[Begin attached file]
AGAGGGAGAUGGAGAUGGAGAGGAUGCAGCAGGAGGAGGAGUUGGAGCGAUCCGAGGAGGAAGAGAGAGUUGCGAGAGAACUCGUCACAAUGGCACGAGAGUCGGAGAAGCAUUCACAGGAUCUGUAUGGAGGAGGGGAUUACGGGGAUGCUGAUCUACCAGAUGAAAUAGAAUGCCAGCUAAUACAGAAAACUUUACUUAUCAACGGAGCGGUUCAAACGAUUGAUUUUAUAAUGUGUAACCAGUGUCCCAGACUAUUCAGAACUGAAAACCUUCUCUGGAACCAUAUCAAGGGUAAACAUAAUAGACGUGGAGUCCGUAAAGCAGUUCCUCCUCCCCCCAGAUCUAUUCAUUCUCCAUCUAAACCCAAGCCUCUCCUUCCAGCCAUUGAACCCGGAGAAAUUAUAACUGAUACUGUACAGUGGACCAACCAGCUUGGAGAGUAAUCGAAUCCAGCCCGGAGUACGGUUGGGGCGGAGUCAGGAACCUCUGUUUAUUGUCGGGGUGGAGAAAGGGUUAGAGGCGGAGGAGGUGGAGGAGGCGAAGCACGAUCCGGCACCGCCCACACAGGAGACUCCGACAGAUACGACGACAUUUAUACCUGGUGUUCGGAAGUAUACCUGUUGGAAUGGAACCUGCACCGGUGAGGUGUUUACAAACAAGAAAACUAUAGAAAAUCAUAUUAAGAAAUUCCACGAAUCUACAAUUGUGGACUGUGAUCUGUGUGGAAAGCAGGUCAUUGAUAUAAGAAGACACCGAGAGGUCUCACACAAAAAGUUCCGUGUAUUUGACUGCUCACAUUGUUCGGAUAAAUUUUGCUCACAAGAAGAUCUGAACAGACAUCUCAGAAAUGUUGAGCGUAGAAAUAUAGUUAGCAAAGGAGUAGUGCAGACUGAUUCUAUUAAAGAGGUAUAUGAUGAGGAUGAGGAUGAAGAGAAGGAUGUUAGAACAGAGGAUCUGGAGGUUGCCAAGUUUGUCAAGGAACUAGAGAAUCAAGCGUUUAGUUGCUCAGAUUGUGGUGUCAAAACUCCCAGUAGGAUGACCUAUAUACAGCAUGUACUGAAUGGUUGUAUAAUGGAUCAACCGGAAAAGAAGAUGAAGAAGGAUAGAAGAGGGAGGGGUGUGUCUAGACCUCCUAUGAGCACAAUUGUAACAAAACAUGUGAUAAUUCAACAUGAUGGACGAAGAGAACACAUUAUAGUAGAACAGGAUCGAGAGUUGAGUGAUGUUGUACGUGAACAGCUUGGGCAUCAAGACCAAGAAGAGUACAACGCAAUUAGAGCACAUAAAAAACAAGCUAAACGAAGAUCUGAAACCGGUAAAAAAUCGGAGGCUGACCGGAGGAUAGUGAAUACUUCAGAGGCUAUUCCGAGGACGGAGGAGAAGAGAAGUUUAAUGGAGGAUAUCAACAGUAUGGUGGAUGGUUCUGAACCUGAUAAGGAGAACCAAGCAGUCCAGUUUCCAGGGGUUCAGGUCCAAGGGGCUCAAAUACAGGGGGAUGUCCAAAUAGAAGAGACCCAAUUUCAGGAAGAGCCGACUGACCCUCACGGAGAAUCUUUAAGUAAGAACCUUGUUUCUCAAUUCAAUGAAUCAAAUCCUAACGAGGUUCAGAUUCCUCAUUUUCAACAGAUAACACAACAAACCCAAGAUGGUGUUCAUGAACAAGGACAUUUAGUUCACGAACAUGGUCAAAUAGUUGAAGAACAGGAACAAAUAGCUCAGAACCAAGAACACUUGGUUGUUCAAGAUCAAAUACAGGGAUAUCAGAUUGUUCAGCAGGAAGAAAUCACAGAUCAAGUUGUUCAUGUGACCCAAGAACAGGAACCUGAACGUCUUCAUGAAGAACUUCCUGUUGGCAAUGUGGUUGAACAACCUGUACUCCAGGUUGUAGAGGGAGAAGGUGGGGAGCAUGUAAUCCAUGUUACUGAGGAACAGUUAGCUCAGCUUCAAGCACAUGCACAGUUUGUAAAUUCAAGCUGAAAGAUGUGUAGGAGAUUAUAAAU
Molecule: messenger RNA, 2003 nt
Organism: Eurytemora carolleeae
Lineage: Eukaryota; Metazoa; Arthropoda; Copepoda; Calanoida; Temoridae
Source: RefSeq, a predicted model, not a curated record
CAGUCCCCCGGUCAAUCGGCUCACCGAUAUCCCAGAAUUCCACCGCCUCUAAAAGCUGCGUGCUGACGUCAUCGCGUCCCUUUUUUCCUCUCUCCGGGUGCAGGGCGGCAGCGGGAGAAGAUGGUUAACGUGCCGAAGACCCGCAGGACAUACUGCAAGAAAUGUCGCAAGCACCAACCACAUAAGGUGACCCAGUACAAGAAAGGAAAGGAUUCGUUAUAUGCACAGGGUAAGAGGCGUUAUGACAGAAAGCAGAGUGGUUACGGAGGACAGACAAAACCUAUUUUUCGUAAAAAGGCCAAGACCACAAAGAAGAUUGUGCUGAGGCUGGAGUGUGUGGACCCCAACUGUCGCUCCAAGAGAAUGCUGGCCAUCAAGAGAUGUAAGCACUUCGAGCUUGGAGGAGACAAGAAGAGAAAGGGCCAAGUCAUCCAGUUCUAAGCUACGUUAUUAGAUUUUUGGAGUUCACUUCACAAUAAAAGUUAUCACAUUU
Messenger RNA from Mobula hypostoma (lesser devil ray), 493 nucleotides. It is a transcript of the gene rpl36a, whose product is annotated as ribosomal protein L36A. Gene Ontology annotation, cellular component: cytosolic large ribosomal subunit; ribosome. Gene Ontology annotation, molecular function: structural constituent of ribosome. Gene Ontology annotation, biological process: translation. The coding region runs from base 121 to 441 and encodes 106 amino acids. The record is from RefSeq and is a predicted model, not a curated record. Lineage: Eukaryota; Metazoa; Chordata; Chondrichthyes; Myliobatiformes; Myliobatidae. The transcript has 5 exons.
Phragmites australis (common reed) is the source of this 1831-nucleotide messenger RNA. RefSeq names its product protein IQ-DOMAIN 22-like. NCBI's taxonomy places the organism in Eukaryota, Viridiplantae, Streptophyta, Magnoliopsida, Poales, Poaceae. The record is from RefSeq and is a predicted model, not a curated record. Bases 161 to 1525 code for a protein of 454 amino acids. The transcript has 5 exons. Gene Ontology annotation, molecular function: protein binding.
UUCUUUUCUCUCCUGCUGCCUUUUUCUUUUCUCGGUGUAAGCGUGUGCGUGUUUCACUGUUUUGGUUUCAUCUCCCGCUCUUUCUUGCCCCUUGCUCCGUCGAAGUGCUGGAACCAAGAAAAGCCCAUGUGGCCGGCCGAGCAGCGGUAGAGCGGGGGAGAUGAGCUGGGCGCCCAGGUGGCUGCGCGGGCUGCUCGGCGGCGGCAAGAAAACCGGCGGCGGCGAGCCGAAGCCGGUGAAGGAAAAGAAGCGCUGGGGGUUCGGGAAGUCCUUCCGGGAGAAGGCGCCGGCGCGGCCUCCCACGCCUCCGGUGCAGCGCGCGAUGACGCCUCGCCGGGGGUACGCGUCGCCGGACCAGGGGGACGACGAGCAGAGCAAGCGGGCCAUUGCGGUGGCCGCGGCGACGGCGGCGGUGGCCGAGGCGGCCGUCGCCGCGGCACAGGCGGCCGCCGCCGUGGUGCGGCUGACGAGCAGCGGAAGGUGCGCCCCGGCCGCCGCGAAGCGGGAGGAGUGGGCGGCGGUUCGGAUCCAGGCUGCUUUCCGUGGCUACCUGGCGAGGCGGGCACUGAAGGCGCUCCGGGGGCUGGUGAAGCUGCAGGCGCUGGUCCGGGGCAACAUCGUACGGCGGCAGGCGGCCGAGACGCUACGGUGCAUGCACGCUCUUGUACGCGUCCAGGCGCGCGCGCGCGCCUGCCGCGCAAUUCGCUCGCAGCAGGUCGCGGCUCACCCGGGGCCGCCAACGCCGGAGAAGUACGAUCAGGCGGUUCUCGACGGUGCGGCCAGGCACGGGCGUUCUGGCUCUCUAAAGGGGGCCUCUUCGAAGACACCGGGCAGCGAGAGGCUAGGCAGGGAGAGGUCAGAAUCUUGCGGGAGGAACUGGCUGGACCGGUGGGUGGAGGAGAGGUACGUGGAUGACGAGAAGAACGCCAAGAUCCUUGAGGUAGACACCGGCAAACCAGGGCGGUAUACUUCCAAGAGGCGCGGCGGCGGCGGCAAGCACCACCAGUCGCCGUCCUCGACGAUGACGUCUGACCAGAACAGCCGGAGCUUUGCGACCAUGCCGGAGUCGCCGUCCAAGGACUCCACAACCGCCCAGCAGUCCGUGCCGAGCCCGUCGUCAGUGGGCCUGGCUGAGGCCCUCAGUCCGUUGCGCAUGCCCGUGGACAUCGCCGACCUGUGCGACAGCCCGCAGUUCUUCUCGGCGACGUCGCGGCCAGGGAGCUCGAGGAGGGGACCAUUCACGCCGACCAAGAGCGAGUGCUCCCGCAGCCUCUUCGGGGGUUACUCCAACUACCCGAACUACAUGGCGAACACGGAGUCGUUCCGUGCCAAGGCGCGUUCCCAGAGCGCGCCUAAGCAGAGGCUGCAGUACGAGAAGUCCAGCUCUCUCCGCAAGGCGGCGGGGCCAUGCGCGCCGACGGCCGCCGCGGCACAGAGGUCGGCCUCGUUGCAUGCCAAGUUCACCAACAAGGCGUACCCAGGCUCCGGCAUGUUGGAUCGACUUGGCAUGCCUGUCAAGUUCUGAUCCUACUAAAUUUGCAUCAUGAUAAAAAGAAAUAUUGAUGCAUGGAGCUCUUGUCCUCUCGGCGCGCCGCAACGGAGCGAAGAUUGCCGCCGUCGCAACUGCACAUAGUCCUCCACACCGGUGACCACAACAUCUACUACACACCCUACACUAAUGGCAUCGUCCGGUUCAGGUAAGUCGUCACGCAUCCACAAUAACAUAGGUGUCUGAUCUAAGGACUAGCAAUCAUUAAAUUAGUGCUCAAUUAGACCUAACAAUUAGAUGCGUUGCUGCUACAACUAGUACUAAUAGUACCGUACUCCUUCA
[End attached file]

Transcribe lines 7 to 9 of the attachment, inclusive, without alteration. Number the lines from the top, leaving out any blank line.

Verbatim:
Messenger RNA from Mobula hypostoma (lesser devil ray), 493 nucleotides. It is a transcript of the gene rpl36a, whose product is annotated as ribosomal protein L36A. Gene Ontology annotation, cellular component: cytosolic large ribosomal subunit; ribosome. Gene Ontology annotation, molecular function: structural constituent of ribosome. Gene Ontology annotation, biological process: translation. The coding region runs from base 121 to 441 and encodes 106 amino acids. The record is from RefSeq and is a predicted model, not a curated record. Lineage: Eukaryota; Metazoa; Chordata; Chondrichthyes; Myliobatiformes; Myliobatidae. The transcript has 5 exons.
Phragmites australis (common reed) is the source of this 1831-nucleotide messenger RNA. RefSeq names its product protein IQ-DOMAIN 22-like. NCBI's taxonomy places the organism in Eukaryota, Viridiplantae, Streptophyta, Magnoliopsida, Poales, Poaceae. The record is from RefSeq and is a predicted model, not a curated record. Bases 161 to 1525 code for a protein of 454 amino acids. The transcript has 5 exons. Gene Ontology annotation, molecular function: protein binding.
UUCUUUUCUCUCCUGCUGCCUUUUUCUUUUCUCGGUGUAAGCGUGUGCGUGUUUCACUGUUUUGGUUUCAUCUCCCGCUCUUUCUUGCCCCUUGCUCCGUCGAAGUGCUGGAACCAAGAAAAGCCCAUGUGGCCGGCCGAGCAGCGGUAGAGCGGGGGAGAUGAGCUGGGCGCCCAGGUGGCUGCGCGGGCUGCUCGGCGGCGGCAAGAAAACCGGCGGCGGCGAGCCGAAGCCGGUGAAGGAAAAGAAGCGCUGGGGGUUCGGGAAGUCCUUCCGGGAGAAGGCGCCGGCGCGGCCUCCCACGCCUCCGGUGCAGCGCGCGAUGACGCCUCGCCGGGGGUACGCGUCGCCGGACCAGGGGGACGACGAGCAGAGCAAGCGGGCCAUUGCGGUGGCCGCGGCGACGGCGGCGGUGGCCGAGGCGGCCGUCGCCGCGGCACAGGCGGCCGCCGCCGUGGUGCGGCUGACGAGCAGCGGAAGGUGCGCCCCGGCCGCCGCGAAGCGGGAGGAGUGGGCGGCGGUUCGGAUCCAGGCUGCUUUCCGUGGCUACCUGGCGAGGCGGGCACUGAAGGCGCUCCGGGGGCUGGUGAAGCUGCAGGCGCUGGUCCGGGGCAACAUCGUACGGCGGCAGGCGGCCGAGACGCUACGGUGCAUGCACGCUCUUGUACGCGUCCAGGCGCGCGCGCGCGCCUGCCGCGCAAUUCGCUCGCAGCAGGUCGCGGCUCACCCGGGGCCGCCAACGCCGGAGAAGUACGAUCAGGCGGUUCUCGACGGUGCGGCCAGGCACGGGCGUUCUGGCUCUCUAAAGGGGGCCUCUUCGAAGACACCGGGCAGCGAGAGGCUAGGCAGGGAGAGGUCAGAAUCUUGCGGGAGGAACUGGCUGGACCGGUGGGUGGAGGAGAGGUACGUGGAUGACGAGAAGAACGCCAAGAUCCUUGAGGUAGACACCGGCAAACCAGGGCGGUAUACUUCCAAGAGGCGCGGCGGCGGCGGCAAGCACCACCAGUCGCCGUCCUCGACGAUGACGUCUGACCAGAACAGCCGGAGCUUUGCGACCAUGCCGGAGUCGCCGUCCAAGGACUCCACAACCGCCCAGCAGUCCGUGCCGAGCCCGUCGUCAGUGGGCCUGGCUGAGGCCCUCAGUCCGUUGCGCAUGCCCGUGGACAUCGCCGACCUGUGCGACAGCCCGCAGUUCUUCUCGGCGACGUCGCGGCCAGGGAGCUCGAGGAGGGGACCAUUCACGCCGACCAAGAGCGAGUGCUCCCGCAGCCUCUUCGGGGGUUACUCCAACUACCCGAACUACAUGGCGAACACGGAGUCGUUCCGUGCCAAGGCGCGUUCCCAGAGCGCGCCUAAGCAGAGGCUGCAGUACGAGAAGUCCAGCUCUCUCCGCAAGGCGGCGGGGCCAUGCGCGCCGACGGCCGCCGCGGCACAGAGGUCGGCCUCGUUGCAUGCCAAGUUCACCAACAAGGCGUACCCAGGCUCCGGCAUGUUGGAUCGACUUGGCAUGCCUGUCAAGUUCUGAUCCUACUAAAUUUGCAUCAUGAUAAAAAGAAAUAUUGAUGCAUGGAGCUCUUGUCCUCUCGGCGCGCCGCAACGGAGCGAAGAUUGCCGCCGUCGCAACUGCACAUAGUCCUCCACACCGGUGACCACAACAUCUACUACACACCCUACACUAAUGGCAUCGUCCGGUUCAGGUAAGUCGUCACGCAUCCACAAUAACAUAGGUGUCUGAUCUAAGGACUAGCAAUCAUUAAAUUAGUGCUCAAUUAGACCUAACAAUUAGAUGCGUUGCUGCUACAACUAGUACUAAUAGUACCGUACUCCUUCA